Vietnamese property tycoon sentenced to death in $27bn fraud case

Truong My Lan found guilty of embezzling from Saigon Commercial Bank in case that was part of wider crackdown

A prominent property tycoon has been sentenced to death for her role in Vietnam’s biggest-ever fraud case.

Truong My Lan, the chair of the developer Van Thinh Phat, was found guilty of embezzlement, bribery and violations of banking rules on Thursday, in a case that has shocked the country. A total of $12.5bn (£10bn) was embezzled, the equivalent of almost 3% of Vietnamese gross domestic product, but prosecutors said on Thursday the total damages caused by the scam now amounted to $27bn.

“The defendant’s actions … eroded people’s trust in the leadership of the [Communist] party and state,” read the verdict at the trial in Ho Chi Minh City.

Lan was found guilty of swindling money from Saigon Commercial Bank (SCB) over a decade. She had been on tried alongside 85 others, including former central bankers and government officials, as well as previous SCB executives.

The trial is part of a national corruption crackdown led by the secretary general of the Communist party of Vietnam, Nguyễn Phú Trọng. The campaign, which is also known as “Blazing Furnace” and has increased in recent years, has led to the indictment of thousands of people, as well as the resignation of two presidents and two deputy prime ministers.

Lan, who was arrested in October 2022, had denied the charges. A relative told Reuters before the verdict that she would appeal. The death sentence is an unusually severe punishment for a corruption case.

State media reported last week that Lan told the court she had joined the banking industry without sufficient experience and blamed a “lack of understanding of legal matters”. She said she had “thought of death” in desperation, and asked the court for leniency for her husband, a Hong Kong businessman, and niece who were on trial as accomplices.

The verdicts announced on Thursday followed a five-week trial that has been covered in great detail in Vietnam’s tightly controlled state media.

Documents related to the trial, kept in 105 boxes, weighed 6 tonnes, according to VN Express, which reported the authorities had installed security cameras and fire safety equipment to protect the evidence ahead of the hearings. More than 1,000 properties belonging to Lan have been seized, and nearly 2,700 individuals were summoned for the trial, which included 200 lawyers.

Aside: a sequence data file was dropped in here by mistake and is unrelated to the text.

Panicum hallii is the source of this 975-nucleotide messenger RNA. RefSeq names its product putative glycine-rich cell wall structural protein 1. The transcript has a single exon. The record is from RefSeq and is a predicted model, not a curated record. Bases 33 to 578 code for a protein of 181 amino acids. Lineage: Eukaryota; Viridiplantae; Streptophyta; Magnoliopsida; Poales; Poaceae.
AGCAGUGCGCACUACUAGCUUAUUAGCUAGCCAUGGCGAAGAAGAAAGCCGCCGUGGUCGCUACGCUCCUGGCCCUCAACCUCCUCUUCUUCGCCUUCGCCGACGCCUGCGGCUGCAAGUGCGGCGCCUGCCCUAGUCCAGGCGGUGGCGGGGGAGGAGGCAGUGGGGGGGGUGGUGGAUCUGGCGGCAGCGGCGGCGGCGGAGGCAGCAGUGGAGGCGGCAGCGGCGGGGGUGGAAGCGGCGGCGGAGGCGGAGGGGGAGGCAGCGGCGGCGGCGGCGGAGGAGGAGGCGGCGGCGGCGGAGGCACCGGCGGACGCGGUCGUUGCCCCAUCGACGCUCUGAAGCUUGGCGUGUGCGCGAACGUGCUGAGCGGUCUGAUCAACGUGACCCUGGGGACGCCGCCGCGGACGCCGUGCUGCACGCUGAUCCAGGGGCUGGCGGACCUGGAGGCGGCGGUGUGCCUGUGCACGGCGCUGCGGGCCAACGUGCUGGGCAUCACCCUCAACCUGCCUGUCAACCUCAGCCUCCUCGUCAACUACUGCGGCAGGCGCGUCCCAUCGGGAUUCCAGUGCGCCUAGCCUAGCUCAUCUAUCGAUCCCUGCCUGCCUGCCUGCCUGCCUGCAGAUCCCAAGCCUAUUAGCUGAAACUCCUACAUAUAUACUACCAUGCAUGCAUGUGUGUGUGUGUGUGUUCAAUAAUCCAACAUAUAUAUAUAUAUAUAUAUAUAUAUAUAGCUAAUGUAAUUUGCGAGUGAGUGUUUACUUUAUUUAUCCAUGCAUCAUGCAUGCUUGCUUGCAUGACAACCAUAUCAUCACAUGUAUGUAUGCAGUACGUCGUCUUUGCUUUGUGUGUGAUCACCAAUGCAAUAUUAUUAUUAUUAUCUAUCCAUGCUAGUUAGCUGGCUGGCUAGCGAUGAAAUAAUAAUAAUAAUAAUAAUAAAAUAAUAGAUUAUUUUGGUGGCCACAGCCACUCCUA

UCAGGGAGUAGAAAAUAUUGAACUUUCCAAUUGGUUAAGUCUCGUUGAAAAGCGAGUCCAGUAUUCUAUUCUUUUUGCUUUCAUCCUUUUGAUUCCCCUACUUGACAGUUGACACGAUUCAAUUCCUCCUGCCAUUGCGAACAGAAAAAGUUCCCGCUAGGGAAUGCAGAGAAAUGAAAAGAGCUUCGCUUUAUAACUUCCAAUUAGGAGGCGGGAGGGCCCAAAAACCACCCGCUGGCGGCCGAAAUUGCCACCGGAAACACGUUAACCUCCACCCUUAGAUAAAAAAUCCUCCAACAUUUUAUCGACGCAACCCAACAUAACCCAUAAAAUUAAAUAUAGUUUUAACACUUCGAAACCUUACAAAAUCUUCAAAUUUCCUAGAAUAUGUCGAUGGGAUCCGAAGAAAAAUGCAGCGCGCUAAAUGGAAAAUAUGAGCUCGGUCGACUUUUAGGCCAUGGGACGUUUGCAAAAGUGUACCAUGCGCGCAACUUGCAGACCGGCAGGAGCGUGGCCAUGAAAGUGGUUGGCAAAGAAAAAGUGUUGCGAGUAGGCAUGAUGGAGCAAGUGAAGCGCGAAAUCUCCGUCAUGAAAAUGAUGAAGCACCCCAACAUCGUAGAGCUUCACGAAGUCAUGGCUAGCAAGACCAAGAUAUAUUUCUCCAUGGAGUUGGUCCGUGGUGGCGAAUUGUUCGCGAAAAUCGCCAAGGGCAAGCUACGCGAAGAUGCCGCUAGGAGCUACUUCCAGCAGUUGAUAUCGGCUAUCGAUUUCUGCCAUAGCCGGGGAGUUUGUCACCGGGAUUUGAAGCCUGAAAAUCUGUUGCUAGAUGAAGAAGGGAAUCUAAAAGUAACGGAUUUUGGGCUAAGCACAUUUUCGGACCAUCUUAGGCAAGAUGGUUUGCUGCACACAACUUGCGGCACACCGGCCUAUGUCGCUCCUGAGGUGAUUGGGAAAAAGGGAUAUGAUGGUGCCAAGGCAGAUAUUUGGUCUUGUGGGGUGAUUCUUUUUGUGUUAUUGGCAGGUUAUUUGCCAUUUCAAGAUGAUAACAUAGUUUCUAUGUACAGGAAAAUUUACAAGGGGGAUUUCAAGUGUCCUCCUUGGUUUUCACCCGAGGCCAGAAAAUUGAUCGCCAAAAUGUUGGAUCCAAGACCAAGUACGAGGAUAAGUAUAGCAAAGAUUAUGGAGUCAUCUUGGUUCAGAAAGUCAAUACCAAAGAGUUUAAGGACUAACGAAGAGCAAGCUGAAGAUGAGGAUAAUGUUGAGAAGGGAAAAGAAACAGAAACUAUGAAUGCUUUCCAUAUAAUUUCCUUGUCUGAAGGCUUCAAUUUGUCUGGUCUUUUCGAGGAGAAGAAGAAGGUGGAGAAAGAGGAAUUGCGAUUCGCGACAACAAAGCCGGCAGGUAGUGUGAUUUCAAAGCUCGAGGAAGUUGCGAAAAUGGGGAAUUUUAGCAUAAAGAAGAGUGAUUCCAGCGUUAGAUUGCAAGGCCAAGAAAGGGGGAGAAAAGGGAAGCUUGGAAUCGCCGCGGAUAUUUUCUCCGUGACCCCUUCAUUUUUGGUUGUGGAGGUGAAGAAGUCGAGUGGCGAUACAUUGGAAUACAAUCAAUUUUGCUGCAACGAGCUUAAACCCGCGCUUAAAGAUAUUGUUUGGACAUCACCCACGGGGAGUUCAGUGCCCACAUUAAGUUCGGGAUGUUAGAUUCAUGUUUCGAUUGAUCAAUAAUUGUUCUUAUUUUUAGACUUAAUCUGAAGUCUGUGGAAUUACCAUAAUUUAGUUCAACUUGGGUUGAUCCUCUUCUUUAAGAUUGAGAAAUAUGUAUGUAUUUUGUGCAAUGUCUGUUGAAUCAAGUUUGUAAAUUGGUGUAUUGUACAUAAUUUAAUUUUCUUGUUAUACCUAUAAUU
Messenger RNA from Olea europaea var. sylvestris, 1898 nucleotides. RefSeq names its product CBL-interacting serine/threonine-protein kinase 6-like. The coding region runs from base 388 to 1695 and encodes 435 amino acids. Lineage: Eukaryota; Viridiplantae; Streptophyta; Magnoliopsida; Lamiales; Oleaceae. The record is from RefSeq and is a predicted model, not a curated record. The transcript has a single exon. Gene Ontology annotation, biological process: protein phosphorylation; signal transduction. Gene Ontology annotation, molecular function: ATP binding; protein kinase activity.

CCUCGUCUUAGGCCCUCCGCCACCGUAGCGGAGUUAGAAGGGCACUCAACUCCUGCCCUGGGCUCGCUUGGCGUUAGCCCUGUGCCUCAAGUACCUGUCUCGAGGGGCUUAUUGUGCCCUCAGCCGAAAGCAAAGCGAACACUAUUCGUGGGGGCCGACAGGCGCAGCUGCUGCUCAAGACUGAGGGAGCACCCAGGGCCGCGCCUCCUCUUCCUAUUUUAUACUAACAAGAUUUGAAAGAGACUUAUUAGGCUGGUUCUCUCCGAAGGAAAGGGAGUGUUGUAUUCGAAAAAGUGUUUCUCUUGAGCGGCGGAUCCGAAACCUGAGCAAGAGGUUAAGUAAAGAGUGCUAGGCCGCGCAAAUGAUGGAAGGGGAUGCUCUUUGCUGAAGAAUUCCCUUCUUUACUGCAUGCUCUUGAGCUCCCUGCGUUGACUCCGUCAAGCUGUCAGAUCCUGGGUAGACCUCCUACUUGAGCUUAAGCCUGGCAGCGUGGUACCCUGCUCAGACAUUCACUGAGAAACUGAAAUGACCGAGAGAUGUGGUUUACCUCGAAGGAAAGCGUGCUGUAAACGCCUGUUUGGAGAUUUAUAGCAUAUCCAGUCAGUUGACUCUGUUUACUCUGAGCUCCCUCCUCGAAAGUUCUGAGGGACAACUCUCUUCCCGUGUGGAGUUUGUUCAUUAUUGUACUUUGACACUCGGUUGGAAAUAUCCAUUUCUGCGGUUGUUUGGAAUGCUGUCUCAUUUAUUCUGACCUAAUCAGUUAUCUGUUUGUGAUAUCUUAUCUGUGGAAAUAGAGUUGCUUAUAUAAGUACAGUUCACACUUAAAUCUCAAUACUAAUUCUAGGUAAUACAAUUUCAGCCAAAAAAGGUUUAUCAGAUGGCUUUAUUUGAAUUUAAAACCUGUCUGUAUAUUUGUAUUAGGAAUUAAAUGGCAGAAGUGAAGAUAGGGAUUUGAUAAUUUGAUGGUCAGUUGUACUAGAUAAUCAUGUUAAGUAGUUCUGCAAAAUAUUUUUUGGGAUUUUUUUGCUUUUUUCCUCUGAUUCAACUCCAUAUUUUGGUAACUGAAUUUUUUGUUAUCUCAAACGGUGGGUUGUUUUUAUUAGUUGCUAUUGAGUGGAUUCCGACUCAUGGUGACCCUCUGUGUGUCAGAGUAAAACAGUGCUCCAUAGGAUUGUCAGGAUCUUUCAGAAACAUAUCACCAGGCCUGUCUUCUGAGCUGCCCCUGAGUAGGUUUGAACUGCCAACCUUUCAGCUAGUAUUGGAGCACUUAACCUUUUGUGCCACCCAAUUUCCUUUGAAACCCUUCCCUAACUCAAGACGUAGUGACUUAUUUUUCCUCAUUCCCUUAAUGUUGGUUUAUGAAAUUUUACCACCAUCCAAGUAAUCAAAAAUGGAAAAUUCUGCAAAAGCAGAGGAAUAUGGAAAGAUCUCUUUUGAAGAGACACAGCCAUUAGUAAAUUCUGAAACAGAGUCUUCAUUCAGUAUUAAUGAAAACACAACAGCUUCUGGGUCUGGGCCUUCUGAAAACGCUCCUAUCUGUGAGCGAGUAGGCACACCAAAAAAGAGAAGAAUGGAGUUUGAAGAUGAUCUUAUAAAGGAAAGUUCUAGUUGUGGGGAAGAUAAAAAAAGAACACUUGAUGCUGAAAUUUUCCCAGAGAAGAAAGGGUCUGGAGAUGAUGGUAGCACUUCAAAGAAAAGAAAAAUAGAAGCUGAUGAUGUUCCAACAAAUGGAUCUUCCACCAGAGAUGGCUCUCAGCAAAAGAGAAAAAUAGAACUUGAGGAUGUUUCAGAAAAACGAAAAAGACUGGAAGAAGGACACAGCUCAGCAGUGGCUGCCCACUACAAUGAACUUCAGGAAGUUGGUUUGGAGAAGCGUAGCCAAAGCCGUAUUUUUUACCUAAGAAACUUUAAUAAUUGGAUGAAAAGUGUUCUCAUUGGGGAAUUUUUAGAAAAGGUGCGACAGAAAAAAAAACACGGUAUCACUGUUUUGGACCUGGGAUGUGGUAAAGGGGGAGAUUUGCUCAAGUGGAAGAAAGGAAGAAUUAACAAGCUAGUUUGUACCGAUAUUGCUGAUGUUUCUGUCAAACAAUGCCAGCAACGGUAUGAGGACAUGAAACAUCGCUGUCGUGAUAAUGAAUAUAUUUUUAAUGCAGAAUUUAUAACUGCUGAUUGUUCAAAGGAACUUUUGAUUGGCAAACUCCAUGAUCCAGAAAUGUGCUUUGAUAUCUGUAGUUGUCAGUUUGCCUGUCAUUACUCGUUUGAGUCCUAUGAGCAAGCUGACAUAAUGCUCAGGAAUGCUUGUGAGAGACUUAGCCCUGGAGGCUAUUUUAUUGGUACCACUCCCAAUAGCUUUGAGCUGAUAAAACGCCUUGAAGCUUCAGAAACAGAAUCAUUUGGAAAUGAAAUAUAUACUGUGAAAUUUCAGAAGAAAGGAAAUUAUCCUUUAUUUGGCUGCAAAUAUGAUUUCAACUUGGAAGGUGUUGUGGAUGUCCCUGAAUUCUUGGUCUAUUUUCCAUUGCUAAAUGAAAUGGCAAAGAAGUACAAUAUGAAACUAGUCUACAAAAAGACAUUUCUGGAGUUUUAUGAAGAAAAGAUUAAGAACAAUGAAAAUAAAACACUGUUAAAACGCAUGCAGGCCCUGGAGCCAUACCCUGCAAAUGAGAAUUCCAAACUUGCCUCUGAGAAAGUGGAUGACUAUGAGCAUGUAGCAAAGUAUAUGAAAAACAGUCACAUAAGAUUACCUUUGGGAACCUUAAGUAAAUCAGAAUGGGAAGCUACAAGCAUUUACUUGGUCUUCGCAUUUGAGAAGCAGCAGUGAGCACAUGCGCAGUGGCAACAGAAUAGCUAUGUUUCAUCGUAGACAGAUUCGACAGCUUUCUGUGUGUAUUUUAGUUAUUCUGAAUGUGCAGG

Dr Nguyen Khac Giang, a visiting fellow at the Vietnam studies programme at the Iseas-Yusof Ishak Institute, said the case was unprecedented, and a milestone in Vietnam’s anti-corruption crackdown. It was, he said, “the biggest case against a private business, with the biggest number of defendants, the biggest number of evidence and of course, the biggest number of money involved”.

Although Lan did not directly hold executive power at SCB, she owned 91.5% of the bank’s shares through third parties and shell companies.

She was accused of setting up fake loan applications to withdraw money from the bank over a period of 11 years, from 2012 to 2022. The loans accounted for 93% of the total credit the bank has issued, according to state media.

To cover up the fraud, Lan and other SCB bankers were accused of giving state officials $5.2m, the largest bribe recorded in Vietnam. The money was handed over in Styrofoam boxes, Do Thi Nhan, a former chief banking inspector at the State Bank of Vietnam, said during the trial. Nhan said that after realising the boxes contained money, she refused the boxes but that Lan declined to take them back, state media reported.

Since 2021, thousands of people have been indicted for corruption in the country, in what analysts have described as the most comprehensive anti-corruption effort in the history of the Communist party of Vietnam.

Last month, the Vietnamese government announced the resignation of its second president in as many years, Vo Van Thuong, over alleged “violations and flaws” that had “negatively affected public perception, as well as the reputation of the party and the state”. He had been in power for just over a year after his predecessor, Nguyen Xuan Phuc, was forced out because of corruption scandals involving officials under his control.

Evaluating public sentiment in Vietnam, a one-party state, is challenging. However, social media comments suggested many were shocked by the scale of the scandal, said Giang. While some welcomed the state crackdown, others questions how corruption on such a huge scale could go unchecked for so long.

“[The case] might indirectly signal that the state hasn’t really been doing well in terms of managing the system in terms of the increasingly complex market economy and also the state is incapable of controlling their own public officials,” said Giang.

(Article by Rebecca Ratcliffe in Bangkok and agencies republished from

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